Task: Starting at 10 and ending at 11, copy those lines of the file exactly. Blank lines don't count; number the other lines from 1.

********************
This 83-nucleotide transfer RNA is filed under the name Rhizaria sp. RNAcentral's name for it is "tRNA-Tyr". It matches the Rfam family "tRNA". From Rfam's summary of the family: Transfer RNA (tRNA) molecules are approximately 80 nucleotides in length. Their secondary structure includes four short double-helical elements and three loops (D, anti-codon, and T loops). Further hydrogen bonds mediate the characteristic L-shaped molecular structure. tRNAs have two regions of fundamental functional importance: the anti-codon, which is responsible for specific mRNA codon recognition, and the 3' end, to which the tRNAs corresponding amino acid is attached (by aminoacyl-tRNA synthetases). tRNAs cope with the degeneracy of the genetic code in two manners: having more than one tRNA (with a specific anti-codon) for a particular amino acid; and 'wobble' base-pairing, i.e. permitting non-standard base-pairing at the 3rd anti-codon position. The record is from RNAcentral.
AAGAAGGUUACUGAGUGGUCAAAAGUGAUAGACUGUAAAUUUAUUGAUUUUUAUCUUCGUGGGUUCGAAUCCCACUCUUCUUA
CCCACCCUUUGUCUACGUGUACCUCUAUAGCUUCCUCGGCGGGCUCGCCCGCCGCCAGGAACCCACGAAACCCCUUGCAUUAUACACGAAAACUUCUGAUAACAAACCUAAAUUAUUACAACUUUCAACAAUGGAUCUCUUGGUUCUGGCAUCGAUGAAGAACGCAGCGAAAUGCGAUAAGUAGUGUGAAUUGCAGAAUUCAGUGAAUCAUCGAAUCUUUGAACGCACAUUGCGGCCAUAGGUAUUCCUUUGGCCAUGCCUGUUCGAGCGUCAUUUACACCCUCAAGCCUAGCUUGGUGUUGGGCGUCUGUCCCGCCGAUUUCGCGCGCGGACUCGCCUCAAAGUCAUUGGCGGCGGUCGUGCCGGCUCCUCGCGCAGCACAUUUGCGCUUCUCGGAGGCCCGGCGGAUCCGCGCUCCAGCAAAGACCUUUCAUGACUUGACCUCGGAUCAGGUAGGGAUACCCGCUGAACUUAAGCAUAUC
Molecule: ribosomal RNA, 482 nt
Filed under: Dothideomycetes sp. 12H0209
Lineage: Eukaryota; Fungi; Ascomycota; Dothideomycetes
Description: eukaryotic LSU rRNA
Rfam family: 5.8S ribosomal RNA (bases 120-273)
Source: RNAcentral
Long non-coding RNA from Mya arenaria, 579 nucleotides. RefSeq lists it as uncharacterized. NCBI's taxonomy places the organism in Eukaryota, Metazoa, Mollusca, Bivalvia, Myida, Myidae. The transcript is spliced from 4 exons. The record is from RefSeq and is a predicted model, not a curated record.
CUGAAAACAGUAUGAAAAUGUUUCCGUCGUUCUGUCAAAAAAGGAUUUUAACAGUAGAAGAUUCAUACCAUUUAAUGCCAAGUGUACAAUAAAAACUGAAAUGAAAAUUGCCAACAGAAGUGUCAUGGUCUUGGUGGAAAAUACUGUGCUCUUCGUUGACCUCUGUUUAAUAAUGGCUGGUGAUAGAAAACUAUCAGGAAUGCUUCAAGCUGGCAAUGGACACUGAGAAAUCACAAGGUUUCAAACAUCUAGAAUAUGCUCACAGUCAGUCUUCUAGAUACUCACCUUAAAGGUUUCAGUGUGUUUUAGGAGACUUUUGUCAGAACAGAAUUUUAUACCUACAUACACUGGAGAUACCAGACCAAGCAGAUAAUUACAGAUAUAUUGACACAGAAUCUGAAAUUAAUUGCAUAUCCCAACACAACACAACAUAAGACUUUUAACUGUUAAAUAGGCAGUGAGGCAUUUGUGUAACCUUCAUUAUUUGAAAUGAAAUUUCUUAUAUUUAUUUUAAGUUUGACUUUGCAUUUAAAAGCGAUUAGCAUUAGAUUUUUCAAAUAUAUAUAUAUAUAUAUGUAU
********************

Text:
Long non-coding RNA from Mya arenaria, 579 nucleotides. RefSeq lists it as uncharacterized. NCBI's taxonomy places the organism in Eukaryota, Metazoa, Mollusca, Bivalvia, Myida, Myidae. The transcript is spliced from 4 exons. The record is from RefSeq and is a predicted model, not a curated record.
CUGAAAACAGUAUGAAAAUGUUUCCGUCGUUCUGUCAAAAAAGGAUUUUAACAGUAGAAGAUUCAUACCAUUUAAUGCCAAGUGUACAAUAAAAACUGAAAUGAAAAUUGCCAACAGAAGUGUCAUGGUCUUGGUGGAAAAUACUGUGCUCUUCGUUGACCUCUGUUUAAUAAUGGCUGGUGAUAGAAAACUAUCAGGAAUGCUUCAAGCUGGCAAUGGACACUGAGAAAUCACAAGGUUUCAAACAUCUAGAAUAUGCUCACAGUCAGUCUUCUAGAUACUCACCUUAAAGGUUUCAGUGUGUUUUAGGAGACUUUUGUCAGAACAGAAUUUUAUACCUACAUACACUGGAGAUACCAGACCAAGCAGAUAAUUACAGAUAUAUUGACACAGAAUCUGAAAUUAAUUGCAUAUCCCAACACAACACAACAUAAGACUUUUAACUGUUAAAUAGGCAGUGAGGCAUUUGUGUAACCUUCAUUAUUUGAAAUGAAAUUUCUUAUAUUUAUUUUAAGUUUGACUUUGCAUUUAAAAGCGAUUAGCAUUAGAUUUUUCAAAUAUAUAUAUAUAUAUAUGUAU